Sunday, January 22, 2012
“This Desire That Isn’t Mine” - Distributed Desire and the Consciousless Subject
ZIZEK STUDIES CONFERENCE 2012
"Neo-liberal Perversions: Fantasy and Gaze in Contemporary Culture"
The College at Brockport (SUNY)
April 28-29, 2012
Panel: “The Other That Does Not Exist”
Paper: “This Desire That Isn’t Mine”
Distributed Desire and the Consciousless Subject
Vincenzo Di Nicola
Doctoral candidate, European Graduate School
As part of a doctoral dissertation on ‘Trauma and Event” calling for a new, objective phenomenology to declare the end of trauma psychiatry and call for an evental psychiatry, this paper invokes a series of ideas that undermine received notions of the conscious subject as a bounded individual to describe the subject that emerges from the Truth-Event:
· Alain Badiou’s “fidelity-subjectivity” as reciprocally constitutive of event and truth;
· Freud’s “nachträglich”/Lacan-Zizek’s “après-coup” meaning a chronologically anterior event as supplement to a posterior one;
· Norman Cameron’s “paranoid pseudo community” as an extreme case but plausible model for relational psychology;
· René Girard’s mimetic theory, buttressed by mirror neurons to found a theory of imitation, establishes psychology as ineluctably social;
· Ian Hacking’s “looping effects” as reciprocal influences of professional and public discourses to explain the emergence of diagnostic categories and lived conditions with a “looping” back and forth;
· Slavoj Zizek’s “plague of fantasies” as a deluge of imagery from the Other;
· Badiou’s “subjectizable body” posits three types of subject, each with key processes and emblematic situations. Whereas the positivist project of modernity concerns the boundaries of the subject and paradoxically aims to tame or erase subjectivity through technology (Neil Postman):
o The faithful subject is marked by porosity (cf. Walter Benjamin), open to radical change and witnessing (e.g., St. Paul, Primo Levi, Giorgio Agamben) of desire through processes of absorption/incorporation.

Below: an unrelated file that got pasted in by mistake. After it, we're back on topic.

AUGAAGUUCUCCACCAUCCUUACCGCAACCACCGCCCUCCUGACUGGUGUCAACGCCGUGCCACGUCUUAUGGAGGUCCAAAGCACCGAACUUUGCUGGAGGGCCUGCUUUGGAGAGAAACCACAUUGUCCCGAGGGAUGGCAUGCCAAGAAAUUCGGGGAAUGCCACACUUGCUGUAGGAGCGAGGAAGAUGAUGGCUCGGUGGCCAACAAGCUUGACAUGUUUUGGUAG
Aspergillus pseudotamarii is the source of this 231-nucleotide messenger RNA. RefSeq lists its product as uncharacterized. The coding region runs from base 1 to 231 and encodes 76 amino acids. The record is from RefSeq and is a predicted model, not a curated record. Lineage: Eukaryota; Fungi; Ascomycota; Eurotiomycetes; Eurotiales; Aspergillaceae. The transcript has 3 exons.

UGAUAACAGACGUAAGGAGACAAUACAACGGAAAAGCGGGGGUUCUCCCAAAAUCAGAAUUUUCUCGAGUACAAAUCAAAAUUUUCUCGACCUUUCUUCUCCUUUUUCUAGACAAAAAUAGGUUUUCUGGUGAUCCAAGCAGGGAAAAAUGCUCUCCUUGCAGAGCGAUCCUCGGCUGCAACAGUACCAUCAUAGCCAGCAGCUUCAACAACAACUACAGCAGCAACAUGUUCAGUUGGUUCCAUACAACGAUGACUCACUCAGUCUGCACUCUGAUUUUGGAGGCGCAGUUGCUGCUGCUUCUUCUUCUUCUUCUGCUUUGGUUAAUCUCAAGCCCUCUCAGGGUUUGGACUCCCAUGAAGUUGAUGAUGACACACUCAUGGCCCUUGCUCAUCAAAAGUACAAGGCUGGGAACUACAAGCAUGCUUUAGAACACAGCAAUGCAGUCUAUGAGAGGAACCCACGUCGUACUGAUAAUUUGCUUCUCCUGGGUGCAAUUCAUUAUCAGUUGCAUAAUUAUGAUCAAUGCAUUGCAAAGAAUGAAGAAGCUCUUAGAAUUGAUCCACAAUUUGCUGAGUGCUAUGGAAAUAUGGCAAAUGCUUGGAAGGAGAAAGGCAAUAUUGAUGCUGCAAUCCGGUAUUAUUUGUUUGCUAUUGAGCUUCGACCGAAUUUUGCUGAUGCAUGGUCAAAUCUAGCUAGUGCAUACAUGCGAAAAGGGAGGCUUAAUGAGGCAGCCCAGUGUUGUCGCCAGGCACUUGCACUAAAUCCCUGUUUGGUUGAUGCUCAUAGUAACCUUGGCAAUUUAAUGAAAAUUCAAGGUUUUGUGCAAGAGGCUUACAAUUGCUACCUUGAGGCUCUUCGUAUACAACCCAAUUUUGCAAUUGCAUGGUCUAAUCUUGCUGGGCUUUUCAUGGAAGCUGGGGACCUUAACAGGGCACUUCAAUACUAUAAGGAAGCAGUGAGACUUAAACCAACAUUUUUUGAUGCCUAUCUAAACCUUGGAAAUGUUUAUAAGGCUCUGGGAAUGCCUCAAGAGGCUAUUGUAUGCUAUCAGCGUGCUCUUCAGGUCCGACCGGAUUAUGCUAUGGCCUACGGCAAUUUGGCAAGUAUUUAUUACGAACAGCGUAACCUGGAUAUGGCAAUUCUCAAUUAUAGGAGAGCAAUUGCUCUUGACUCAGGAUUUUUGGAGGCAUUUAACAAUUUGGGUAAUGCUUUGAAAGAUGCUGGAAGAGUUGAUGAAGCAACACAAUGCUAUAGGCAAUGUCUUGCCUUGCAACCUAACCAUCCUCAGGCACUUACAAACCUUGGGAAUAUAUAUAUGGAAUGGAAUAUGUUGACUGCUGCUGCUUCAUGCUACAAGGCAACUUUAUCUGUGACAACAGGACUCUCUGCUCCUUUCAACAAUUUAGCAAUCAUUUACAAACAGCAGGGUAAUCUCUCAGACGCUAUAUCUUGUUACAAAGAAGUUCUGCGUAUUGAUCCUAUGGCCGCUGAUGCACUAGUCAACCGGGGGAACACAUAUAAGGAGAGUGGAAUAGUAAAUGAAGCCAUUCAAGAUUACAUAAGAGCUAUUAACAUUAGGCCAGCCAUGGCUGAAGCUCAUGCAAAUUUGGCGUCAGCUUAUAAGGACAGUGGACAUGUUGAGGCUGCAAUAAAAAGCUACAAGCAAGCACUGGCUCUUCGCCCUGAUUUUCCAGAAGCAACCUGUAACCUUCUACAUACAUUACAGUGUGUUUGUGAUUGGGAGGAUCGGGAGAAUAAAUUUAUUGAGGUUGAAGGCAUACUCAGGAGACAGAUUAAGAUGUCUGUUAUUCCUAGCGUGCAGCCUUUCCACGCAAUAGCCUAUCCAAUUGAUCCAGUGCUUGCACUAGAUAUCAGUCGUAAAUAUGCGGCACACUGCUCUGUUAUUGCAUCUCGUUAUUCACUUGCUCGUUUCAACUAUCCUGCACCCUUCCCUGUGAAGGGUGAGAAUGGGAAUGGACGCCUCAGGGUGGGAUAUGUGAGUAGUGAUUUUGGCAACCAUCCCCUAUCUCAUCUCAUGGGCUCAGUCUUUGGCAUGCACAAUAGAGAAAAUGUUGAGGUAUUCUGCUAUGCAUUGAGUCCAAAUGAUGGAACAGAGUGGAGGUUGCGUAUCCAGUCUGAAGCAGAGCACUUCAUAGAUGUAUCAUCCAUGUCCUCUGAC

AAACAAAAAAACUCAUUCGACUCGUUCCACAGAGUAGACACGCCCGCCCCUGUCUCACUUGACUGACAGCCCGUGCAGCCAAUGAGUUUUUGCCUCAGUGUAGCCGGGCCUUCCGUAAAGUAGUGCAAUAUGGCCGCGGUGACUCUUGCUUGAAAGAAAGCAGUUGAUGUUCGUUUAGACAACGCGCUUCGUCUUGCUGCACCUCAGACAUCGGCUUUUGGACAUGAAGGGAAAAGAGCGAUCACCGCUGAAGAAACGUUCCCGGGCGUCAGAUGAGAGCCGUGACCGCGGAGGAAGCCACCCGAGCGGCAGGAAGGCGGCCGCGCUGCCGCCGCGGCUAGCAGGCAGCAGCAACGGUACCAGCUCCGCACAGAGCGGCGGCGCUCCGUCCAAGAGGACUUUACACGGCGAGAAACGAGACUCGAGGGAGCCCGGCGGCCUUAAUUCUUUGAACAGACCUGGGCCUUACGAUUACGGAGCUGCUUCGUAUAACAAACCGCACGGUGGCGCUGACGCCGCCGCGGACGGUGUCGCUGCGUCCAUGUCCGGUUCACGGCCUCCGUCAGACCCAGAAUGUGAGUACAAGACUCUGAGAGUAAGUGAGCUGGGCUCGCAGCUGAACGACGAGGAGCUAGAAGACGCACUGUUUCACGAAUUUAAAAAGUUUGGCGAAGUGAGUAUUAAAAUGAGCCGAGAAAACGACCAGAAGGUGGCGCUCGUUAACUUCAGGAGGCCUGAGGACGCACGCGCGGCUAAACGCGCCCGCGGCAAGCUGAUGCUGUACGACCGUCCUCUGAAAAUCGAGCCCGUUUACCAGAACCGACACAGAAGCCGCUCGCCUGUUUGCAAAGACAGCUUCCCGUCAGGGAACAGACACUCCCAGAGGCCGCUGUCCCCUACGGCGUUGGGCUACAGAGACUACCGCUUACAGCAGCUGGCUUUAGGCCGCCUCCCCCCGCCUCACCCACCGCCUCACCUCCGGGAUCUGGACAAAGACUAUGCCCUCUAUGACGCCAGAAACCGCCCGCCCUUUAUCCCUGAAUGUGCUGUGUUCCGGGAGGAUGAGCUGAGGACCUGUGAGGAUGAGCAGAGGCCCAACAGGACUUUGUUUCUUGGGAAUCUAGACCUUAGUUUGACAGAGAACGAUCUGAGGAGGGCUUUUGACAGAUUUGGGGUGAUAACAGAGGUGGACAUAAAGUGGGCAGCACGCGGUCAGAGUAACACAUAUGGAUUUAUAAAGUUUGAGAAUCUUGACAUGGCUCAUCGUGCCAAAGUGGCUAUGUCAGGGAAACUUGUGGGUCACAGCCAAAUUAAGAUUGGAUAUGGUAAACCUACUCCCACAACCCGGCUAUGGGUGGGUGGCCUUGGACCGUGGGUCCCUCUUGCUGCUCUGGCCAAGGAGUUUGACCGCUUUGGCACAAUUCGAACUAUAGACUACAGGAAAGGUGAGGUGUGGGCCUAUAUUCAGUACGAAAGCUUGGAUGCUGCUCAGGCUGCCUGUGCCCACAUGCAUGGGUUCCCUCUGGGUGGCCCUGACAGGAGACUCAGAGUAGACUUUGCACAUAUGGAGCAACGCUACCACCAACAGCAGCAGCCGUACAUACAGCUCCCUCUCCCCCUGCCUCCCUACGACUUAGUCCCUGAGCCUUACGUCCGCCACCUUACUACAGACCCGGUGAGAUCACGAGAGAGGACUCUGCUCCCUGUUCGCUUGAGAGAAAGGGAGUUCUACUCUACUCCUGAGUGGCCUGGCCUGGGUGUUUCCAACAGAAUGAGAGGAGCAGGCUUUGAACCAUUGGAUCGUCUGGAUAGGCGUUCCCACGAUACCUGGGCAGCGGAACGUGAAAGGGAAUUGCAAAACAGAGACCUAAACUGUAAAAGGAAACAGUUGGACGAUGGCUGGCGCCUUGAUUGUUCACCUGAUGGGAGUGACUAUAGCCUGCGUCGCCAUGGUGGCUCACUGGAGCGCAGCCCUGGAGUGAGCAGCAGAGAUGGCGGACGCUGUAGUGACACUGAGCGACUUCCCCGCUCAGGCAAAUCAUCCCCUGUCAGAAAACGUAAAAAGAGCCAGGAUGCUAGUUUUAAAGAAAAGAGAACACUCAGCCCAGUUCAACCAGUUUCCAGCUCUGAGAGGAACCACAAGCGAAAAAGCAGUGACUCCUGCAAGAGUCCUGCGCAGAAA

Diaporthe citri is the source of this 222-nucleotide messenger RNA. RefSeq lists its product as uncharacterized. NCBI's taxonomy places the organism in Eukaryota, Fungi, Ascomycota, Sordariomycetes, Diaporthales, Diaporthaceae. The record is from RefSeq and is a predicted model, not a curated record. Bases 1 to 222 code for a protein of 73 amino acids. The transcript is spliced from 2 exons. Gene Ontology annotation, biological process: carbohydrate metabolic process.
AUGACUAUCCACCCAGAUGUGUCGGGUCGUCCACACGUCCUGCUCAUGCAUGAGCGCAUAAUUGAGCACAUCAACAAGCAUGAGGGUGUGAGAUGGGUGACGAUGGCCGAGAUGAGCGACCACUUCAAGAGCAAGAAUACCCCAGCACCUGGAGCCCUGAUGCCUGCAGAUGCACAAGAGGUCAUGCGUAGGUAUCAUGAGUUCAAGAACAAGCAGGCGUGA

Two responses occur when porosity becomes a threat: dissipation or mimesis. These responses are described through these pairs: centrifugal vs. centripetal, dispersal vs. containment, evacuation vs. encapsulation.
o The reactive subject, who is marked by dissipation, experiences rupture as trauma through a process of dispersal/evacuation.
o The obscure subject is marked by mimesis, whose emblematic experience is paranoia, triggered by failed attempts at containment/encapsulation.
This paper explores one element in this sketch: Walter Benjamin’s porosity and other relational processes (Mikhail Bakhtin’s dialogism, Badiou’s multiplicity) to propose the notion of distributed desire as the emblematic feature of the faithful subject emerging from the Event. Vignettes from the film “Eternal Sunshine of the Spotless Mind” (2004) and Lacanian psychoanalyst Paul Verhaeghe’s Love in a Time of Loneliness (1999) provide illustrations. Just as après-coup (Lacan/Zizek) means that significance is in the future perfect tense—what “will have been,” distributed desire means that desire is never located, much less owned, only imitated, shared. Purely contingent, disembodied, distributed desire is appropriated by naming and incarnated through love by the faithful subject.